Chicken Breeds for Chicken Runs and Coops

In this chicken runs and coops article I would like to share some observations I made on the different varieties of hens I keep in my chicken runs and coops. They all have unique exercises within their separate varieties.

Observation was done over a period of a week in the morning, noon, and evening. I observed the hens for about one hour each observation period to check for temperaments to see if they were friendly, skittish, noisy, aggressive, or docile. And in the evening observation I made sure to concentrate on the hen house coop area as well as the time in the morning observation.


The ancona hen is an average size medium hen that is a good egg laying producer. The eggs are the large white variety. The ancona are very noisy and could be described as wild, restless and flighty.


This particular hen is also medium sized and a very good egg producer. The egg size is large and the egg color is brown. I would classify the temperament of these hens very friendly and can be handled easily.


The barnevelders are a medium sized chicken that produces eggs a little less than the previous hens but still considered a decent egg layer. The eggs are brown in color and of medium size. This breed handles confinement well they are docile in nature.

Leg horns

The Leg horn hens are medium in size and have a high egg producing nature. The eggs the leg horn lays are large in size and are white in color. The temperament of the leg horns are noisy, flighty, and shy in nature. Handling leg horns are a challenge but not dangerous. The leg horns do very well with other hens in confinement.

Morning Observation

I started my observation when the sun was just rising for the first 3 days. I observed that only a couple of my hens were in the chicken run the others were still in the hen house. I noticed the Barnevelder and the Australorps tended to be the two that were first out the 3 mornings. The next 4 mornings, I thread out some fresh feed at the start of my observation and each day the number and speed of hens that came out increased with each day. The temperament of the hens looks very low key as long as plenty of feed is thrown in the run. The less feed thrown I found a little pecking going on from time to time.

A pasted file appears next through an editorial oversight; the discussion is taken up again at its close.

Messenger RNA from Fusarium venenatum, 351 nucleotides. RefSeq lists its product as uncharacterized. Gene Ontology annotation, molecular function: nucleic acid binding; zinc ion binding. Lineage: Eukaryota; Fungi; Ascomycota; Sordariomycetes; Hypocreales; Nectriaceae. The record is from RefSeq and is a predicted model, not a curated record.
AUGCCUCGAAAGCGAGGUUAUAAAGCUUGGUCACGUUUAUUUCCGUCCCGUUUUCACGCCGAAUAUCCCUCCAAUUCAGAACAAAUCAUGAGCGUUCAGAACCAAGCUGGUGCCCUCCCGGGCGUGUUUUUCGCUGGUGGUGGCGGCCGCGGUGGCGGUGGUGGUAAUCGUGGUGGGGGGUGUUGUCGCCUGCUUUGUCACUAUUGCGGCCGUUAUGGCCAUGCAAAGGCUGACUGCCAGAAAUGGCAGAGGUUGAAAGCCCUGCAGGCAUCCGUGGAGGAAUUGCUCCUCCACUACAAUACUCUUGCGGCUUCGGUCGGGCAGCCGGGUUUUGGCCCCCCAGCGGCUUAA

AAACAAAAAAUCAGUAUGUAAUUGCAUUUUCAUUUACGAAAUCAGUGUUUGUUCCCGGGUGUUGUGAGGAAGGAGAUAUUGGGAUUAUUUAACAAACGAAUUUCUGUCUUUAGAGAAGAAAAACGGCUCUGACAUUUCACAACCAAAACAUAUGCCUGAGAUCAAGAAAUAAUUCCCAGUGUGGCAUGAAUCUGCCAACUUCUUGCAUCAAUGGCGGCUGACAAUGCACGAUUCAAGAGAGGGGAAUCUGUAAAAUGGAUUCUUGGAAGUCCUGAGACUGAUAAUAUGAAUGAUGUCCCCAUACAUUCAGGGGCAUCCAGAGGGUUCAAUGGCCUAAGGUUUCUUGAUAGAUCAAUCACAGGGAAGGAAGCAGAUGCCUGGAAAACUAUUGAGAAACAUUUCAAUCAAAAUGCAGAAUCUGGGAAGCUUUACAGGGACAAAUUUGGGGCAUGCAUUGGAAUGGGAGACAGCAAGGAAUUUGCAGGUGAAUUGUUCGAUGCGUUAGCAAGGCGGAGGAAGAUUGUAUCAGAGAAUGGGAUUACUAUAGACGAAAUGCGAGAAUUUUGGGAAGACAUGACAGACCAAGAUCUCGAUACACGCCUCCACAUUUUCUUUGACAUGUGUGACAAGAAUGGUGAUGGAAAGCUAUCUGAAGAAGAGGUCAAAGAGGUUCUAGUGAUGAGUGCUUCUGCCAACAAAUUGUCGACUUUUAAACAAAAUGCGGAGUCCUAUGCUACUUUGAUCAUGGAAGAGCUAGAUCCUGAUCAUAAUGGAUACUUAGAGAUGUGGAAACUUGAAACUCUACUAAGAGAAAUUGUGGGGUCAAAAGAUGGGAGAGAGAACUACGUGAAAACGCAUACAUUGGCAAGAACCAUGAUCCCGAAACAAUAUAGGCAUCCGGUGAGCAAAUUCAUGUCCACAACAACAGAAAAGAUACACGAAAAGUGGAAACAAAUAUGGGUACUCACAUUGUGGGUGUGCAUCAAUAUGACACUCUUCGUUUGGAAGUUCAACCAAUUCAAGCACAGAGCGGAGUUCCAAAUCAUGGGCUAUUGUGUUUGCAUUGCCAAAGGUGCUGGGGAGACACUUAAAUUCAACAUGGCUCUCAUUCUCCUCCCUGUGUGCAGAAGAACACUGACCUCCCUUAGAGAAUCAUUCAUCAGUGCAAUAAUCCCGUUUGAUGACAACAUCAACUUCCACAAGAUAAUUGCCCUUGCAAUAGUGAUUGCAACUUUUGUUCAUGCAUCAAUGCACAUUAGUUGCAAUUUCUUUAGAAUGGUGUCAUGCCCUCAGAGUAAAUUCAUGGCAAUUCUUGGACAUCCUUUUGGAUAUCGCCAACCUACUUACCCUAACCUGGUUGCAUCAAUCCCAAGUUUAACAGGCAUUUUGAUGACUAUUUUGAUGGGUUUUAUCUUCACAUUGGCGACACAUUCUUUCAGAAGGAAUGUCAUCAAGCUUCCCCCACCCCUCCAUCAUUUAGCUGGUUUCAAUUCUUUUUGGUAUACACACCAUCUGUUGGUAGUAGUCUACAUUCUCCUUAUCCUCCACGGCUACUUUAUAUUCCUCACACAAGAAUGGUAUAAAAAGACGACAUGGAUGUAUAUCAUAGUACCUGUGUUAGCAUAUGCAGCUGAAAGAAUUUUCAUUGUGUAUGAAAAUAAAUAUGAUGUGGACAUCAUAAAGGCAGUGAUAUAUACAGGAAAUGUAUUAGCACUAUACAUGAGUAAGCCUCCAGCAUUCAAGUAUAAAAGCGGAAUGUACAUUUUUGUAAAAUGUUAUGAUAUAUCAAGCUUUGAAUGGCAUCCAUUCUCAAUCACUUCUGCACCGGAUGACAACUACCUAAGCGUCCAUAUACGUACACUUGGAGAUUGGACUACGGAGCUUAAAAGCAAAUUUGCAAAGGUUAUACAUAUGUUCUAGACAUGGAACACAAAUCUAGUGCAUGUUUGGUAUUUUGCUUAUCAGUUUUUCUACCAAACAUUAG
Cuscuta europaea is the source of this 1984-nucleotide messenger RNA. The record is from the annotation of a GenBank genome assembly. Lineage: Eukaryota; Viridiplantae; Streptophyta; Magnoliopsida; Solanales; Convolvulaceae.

Noon Observation

At midday I checked on the hens and approached the chicken coop run. My observation was that the hens followed their typical trait actions the hens that have docile hits were docile and the flighty hens were flighty at approach to the chicken run. Even though chickens are good pets and get used to the people that surround them frequently the first reaction upon approach of any person or possible predator is their natural trait instinct. The hens were at different parts of the run, some on the half cut logs I set at different sections of the run some on a 2 “x4” perch I installed, and some hunting and pecking for food. They all appeared at peace with no problems.

Evening Observation

I made my last observation as the sun was starting to go down. The hens were looking to find their way back to the hen house for the evening. The one thing I found interesting was that the Barnevelder and the Australops were the last to go into the hen house. I am going to buy another set of each and see if it is the character of the breed of if the two hens have just made a connection. These are only a few of the observations I made of my chicken runs and coops. I hope they were helpful for the new and veteran chicken ranchers.

Source by Hank Dodson

Post Author: MNS Master